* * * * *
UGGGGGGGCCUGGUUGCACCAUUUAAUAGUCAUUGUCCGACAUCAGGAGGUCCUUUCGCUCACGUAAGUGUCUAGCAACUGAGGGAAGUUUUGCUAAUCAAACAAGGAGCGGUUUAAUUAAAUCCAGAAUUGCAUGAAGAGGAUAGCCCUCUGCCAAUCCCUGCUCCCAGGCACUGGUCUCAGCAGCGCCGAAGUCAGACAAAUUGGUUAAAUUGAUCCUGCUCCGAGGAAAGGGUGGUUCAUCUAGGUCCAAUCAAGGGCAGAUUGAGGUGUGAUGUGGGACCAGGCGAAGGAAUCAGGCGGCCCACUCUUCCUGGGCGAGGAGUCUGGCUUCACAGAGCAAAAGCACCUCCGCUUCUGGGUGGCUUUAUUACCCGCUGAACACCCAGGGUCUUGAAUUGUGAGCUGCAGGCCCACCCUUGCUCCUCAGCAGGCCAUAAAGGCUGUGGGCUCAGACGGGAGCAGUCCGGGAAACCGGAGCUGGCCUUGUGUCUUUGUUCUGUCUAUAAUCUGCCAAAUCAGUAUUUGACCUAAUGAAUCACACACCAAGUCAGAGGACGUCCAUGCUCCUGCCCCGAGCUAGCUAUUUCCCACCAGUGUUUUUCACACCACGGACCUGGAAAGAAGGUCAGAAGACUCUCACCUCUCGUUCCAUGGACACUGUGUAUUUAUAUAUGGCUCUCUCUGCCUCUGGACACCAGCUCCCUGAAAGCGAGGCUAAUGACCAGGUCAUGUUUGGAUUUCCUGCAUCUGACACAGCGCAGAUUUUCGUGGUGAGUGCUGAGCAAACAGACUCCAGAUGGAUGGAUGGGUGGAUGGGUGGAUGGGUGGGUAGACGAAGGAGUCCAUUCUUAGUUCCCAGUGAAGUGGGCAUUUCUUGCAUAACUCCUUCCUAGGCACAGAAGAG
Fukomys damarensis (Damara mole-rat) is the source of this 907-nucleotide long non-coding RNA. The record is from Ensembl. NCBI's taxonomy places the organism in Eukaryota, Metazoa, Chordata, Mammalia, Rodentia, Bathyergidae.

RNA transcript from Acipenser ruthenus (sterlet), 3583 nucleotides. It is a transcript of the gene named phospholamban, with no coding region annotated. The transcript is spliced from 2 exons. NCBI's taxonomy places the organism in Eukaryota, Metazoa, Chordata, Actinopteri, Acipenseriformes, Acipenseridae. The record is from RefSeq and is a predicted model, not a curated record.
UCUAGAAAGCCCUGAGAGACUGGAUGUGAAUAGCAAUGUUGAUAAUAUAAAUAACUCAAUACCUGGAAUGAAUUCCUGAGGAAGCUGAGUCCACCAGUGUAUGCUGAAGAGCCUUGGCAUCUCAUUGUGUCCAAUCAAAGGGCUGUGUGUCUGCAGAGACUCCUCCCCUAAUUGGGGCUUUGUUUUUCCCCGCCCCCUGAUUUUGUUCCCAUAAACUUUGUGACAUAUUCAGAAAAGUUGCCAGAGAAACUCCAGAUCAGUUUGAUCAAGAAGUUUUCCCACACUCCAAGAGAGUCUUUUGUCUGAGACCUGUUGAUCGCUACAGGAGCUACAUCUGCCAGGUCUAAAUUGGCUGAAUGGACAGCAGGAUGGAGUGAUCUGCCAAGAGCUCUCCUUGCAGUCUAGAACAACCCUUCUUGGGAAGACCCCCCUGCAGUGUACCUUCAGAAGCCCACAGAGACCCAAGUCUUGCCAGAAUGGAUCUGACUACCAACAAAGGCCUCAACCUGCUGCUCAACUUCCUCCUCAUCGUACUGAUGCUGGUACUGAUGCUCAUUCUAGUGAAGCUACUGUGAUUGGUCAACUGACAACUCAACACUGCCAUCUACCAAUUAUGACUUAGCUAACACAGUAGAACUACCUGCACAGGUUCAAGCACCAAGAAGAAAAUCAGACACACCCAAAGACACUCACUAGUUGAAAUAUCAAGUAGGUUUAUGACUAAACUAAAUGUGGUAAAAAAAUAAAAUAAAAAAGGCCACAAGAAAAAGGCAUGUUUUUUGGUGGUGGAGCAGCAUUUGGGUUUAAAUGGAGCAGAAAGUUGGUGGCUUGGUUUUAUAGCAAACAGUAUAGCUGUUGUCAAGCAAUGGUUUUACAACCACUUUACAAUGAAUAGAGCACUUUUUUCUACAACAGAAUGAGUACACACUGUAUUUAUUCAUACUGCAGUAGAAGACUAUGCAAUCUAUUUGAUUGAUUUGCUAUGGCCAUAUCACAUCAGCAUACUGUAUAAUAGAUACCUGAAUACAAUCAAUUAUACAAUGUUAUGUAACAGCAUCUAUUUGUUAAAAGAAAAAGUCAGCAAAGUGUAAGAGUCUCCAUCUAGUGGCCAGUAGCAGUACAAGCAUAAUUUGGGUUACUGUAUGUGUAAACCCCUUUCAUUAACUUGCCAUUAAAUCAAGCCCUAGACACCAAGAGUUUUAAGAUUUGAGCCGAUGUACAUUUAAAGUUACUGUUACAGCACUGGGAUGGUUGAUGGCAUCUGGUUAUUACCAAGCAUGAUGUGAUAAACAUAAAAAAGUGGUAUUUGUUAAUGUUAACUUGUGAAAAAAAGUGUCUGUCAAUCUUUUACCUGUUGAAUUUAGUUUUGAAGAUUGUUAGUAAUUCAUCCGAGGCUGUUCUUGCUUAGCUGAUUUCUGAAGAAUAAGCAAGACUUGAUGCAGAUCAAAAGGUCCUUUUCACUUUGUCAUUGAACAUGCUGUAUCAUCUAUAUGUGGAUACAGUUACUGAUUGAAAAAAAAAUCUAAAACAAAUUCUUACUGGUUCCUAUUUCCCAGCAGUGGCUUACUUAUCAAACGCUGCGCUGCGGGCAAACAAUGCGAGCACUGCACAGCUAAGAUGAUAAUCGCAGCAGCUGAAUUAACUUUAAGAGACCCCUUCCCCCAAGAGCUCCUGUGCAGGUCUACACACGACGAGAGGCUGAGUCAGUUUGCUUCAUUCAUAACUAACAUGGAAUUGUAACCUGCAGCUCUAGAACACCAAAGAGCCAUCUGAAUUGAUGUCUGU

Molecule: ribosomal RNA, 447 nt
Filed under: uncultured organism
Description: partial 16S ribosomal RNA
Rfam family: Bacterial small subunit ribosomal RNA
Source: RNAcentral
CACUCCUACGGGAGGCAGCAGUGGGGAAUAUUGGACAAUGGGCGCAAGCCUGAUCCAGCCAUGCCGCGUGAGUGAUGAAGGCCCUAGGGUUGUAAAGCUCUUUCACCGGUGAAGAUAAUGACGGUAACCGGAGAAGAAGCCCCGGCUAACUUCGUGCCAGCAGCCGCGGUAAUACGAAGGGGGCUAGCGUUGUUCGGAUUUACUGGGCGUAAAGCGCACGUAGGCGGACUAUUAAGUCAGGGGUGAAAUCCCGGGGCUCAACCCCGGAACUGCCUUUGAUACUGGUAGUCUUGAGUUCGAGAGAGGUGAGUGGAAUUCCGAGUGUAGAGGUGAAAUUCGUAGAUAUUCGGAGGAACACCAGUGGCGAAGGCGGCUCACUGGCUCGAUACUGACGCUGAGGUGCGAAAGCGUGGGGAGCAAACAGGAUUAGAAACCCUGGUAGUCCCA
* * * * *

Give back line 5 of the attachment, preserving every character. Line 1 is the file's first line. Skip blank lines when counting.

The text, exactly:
Molecule: ribosomal RNA, 447 nt